911 is dialed for all sorts of emergencies — and sometimes, non-emergencies.
Through meetings and research, the University of Chicago’s Health Lab is working with community members on a project called Transform911 to see how the nation’s emergency response system can be transformed to better serve people in crisis.
They say 911 calls should be reframed as a public health issue — and not one of law enforcement.
While it may be one of the most heavily relied upon systems for emergencies, the way it was designed doesn’t always offer care, said Rebecca Neusteter, executive director of the Health Lab at the University of Chicago.
“We made a concerted decision to couple care with enforcement, and as a result what happens is that some people never get care because they fear enforcement,” Neusteter said. “This initiative really is trying to reframe 911 as the public health and care service model that it should be.”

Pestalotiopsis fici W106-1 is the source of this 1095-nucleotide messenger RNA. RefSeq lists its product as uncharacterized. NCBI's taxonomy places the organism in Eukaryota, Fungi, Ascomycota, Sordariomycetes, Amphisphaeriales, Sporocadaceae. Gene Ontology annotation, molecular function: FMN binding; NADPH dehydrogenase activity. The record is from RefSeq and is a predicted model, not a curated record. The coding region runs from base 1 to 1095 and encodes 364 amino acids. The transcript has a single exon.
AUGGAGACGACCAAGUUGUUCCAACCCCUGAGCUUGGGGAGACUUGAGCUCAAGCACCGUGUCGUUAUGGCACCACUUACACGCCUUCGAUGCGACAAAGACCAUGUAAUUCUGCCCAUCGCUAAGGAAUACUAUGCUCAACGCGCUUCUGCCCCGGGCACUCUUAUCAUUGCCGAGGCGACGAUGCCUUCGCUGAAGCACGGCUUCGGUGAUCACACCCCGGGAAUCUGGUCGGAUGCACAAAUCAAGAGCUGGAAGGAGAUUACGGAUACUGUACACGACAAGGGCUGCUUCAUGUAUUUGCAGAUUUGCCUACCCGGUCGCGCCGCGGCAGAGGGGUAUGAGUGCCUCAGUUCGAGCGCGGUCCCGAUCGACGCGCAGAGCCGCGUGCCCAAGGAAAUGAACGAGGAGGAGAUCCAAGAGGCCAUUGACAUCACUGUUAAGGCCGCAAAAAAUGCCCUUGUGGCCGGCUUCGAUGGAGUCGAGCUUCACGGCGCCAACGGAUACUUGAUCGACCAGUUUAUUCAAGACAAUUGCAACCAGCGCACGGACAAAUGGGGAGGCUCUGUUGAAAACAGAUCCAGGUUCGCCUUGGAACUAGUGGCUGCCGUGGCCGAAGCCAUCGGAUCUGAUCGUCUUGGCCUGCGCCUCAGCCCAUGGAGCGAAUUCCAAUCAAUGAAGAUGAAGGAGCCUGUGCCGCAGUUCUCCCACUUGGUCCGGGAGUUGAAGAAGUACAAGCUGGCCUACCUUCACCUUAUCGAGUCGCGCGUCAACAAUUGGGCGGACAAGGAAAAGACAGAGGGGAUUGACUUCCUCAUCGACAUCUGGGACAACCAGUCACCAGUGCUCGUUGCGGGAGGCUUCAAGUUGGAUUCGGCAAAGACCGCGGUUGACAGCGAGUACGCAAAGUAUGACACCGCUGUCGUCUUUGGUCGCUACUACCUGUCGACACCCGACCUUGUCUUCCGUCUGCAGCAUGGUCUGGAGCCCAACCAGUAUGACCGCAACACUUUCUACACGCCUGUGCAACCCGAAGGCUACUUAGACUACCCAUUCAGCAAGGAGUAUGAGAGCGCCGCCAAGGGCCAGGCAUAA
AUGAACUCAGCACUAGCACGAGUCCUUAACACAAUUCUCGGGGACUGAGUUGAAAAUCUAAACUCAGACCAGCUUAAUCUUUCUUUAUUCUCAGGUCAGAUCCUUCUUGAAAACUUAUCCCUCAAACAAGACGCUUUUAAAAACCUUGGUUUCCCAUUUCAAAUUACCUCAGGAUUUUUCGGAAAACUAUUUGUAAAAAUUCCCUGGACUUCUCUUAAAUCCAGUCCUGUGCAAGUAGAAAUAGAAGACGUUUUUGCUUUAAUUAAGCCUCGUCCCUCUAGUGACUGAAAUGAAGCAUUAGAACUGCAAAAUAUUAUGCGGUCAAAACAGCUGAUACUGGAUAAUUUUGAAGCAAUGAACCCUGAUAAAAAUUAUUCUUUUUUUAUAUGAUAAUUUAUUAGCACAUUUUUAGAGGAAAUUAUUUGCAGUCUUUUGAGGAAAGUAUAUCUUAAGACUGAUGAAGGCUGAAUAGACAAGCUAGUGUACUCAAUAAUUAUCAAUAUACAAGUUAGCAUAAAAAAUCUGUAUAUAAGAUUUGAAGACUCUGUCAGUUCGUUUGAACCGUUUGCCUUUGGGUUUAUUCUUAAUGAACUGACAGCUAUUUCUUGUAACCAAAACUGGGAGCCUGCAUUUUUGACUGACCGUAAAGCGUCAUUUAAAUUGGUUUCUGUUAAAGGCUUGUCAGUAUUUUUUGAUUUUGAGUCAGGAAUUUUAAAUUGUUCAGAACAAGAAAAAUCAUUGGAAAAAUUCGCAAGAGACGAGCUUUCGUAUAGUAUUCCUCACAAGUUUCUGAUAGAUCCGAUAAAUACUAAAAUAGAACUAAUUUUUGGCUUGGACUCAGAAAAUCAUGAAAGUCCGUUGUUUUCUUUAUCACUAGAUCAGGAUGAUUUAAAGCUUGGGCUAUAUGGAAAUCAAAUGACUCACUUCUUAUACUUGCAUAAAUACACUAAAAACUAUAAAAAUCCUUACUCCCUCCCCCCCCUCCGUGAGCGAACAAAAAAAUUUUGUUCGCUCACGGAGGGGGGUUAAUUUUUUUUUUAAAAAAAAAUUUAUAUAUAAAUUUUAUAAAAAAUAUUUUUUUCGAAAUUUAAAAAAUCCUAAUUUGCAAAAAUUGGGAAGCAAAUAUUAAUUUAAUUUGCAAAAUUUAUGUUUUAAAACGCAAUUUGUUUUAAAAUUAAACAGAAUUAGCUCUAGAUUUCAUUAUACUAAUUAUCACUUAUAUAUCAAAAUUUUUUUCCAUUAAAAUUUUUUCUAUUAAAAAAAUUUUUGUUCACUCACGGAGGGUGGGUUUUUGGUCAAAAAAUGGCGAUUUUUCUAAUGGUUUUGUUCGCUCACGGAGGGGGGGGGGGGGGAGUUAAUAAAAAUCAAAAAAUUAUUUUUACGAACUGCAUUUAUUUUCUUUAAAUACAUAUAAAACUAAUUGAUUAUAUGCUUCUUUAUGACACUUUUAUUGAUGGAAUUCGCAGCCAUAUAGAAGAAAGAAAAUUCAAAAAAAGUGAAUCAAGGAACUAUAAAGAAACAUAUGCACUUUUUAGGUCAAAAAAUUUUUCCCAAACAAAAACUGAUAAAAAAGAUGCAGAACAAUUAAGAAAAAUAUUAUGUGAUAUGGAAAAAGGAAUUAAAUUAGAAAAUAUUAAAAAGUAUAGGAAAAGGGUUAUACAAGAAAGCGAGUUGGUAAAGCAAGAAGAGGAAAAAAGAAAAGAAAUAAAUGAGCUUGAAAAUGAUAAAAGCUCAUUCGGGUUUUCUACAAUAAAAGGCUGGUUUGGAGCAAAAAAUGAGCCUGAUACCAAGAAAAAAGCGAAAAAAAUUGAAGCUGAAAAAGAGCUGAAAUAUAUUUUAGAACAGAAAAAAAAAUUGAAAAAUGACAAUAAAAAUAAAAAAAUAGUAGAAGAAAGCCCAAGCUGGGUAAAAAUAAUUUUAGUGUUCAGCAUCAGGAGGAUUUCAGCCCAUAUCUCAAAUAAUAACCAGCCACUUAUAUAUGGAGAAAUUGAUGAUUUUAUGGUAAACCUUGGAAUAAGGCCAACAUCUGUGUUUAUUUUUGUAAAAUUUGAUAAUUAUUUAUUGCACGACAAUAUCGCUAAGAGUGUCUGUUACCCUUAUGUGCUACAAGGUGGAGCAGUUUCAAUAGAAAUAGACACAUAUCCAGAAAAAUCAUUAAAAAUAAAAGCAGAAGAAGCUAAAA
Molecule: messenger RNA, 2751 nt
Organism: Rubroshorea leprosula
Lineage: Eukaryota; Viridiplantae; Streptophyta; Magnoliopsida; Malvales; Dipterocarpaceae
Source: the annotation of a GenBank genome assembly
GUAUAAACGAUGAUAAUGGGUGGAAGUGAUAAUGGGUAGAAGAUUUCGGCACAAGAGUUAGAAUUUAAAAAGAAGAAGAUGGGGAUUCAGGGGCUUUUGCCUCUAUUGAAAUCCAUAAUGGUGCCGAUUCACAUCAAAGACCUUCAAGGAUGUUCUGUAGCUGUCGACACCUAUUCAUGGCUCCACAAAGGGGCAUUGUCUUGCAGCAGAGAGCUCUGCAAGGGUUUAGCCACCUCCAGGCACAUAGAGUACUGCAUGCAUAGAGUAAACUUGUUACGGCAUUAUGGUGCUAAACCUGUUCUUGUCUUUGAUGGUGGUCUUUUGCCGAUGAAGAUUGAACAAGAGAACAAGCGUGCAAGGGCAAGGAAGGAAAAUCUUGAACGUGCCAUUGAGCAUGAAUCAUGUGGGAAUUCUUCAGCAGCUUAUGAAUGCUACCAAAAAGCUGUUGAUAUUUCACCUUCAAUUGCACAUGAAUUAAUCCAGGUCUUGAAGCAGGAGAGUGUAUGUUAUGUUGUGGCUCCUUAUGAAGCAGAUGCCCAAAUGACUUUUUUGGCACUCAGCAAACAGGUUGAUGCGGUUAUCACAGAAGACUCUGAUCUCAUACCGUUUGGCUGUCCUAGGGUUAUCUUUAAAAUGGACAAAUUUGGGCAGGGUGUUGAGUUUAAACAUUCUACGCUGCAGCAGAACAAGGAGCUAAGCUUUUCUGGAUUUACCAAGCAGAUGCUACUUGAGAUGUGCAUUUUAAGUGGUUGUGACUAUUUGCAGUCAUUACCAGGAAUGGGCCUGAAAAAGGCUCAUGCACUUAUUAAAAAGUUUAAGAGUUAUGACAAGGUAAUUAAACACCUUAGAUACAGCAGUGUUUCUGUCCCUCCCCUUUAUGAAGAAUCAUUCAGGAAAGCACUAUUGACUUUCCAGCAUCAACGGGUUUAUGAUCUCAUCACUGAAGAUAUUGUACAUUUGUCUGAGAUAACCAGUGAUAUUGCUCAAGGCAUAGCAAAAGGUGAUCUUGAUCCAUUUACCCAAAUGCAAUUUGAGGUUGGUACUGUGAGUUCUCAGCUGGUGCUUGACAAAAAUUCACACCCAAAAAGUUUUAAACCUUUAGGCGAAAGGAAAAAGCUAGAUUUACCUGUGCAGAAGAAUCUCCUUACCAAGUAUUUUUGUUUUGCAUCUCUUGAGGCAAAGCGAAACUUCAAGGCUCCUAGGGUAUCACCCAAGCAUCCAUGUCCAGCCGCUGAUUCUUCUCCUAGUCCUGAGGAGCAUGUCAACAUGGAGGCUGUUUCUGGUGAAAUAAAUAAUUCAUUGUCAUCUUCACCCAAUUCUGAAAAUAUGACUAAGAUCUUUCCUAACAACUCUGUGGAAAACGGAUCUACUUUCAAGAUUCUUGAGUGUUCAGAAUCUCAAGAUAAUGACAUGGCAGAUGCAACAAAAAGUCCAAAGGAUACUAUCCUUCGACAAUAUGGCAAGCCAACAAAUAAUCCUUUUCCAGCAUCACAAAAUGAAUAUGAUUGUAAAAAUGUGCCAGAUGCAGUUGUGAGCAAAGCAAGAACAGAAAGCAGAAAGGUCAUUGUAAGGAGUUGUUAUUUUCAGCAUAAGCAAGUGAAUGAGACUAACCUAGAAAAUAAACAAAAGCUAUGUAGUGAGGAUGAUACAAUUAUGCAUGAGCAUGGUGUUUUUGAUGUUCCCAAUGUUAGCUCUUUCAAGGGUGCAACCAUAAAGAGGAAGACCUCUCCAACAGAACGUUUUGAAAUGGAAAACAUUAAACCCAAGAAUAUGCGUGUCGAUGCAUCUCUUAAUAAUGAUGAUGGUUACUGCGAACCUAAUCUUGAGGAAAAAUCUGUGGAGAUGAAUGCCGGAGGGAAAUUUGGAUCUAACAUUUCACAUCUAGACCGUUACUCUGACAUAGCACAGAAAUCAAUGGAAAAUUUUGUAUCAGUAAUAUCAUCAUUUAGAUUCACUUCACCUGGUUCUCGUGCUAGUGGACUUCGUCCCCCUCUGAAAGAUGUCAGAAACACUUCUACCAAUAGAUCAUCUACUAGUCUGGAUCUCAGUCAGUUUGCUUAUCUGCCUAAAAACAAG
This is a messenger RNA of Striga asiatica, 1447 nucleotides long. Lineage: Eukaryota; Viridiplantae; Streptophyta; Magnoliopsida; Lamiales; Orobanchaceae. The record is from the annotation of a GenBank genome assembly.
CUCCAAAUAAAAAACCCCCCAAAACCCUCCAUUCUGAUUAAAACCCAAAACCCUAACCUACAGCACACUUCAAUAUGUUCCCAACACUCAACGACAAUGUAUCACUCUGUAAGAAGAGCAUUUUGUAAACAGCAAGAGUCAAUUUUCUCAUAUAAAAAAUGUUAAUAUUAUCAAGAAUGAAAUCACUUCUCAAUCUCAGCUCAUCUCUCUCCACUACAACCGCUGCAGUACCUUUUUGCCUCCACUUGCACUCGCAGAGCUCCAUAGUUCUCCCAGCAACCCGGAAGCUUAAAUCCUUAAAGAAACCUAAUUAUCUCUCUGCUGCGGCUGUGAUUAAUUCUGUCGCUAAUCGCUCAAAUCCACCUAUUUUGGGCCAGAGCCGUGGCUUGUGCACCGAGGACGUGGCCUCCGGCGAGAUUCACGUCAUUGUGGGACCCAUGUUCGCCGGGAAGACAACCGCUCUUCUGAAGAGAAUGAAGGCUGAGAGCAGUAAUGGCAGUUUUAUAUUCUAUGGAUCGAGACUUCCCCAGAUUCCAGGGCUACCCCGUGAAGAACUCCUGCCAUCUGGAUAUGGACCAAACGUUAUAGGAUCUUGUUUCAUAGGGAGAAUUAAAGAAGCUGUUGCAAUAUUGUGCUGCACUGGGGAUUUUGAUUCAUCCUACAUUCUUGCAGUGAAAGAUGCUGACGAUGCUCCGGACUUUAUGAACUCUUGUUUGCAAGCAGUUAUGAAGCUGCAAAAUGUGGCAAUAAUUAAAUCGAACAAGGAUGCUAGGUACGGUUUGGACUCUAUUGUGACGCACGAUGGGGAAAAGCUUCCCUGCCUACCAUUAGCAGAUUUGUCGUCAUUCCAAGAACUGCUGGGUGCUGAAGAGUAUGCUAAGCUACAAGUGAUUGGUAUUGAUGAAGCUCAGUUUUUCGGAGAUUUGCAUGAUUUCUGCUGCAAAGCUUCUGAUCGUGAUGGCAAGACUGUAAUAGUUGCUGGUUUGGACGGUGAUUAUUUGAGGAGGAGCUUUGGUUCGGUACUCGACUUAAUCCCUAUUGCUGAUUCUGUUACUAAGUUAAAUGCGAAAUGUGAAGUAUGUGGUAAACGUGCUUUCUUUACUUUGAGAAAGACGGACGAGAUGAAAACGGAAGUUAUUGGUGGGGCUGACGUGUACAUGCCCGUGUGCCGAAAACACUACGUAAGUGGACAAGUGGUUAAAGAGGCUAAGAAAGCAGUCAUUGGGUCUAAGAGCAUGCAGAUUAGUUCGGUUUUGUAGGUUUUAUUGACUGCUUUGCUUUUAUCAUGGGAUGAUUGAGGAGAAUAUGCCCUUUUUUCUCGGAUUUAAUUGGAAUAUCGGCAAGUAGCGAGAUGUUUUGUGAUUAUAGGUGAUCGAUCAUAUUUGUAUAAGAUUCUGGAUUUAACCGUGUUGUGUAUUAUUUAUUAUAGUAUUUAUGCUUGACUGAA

There hasn’t been enough investment in the current 911 system, Neusteter said. She pointed to staffing shortages, mixed with a high volume of calls, leading to calls being dispatched as quickly as possible. But that speediness leaves call-takers no time to understand the underlying needs the caller might have and instead, just default to police response.
“Oftentimes the fastest response isn’t the best response,” she said.
The end result of this project will be policy recommendations for Chicago and the rest of the country on how to better invest in this system. They hope these recommendations will ensure call takers have resources and that they have a better understanding of the problems a caller is facing. The response would also go beyond the police and could include a fleet of community responders who are equipped to respond to crises.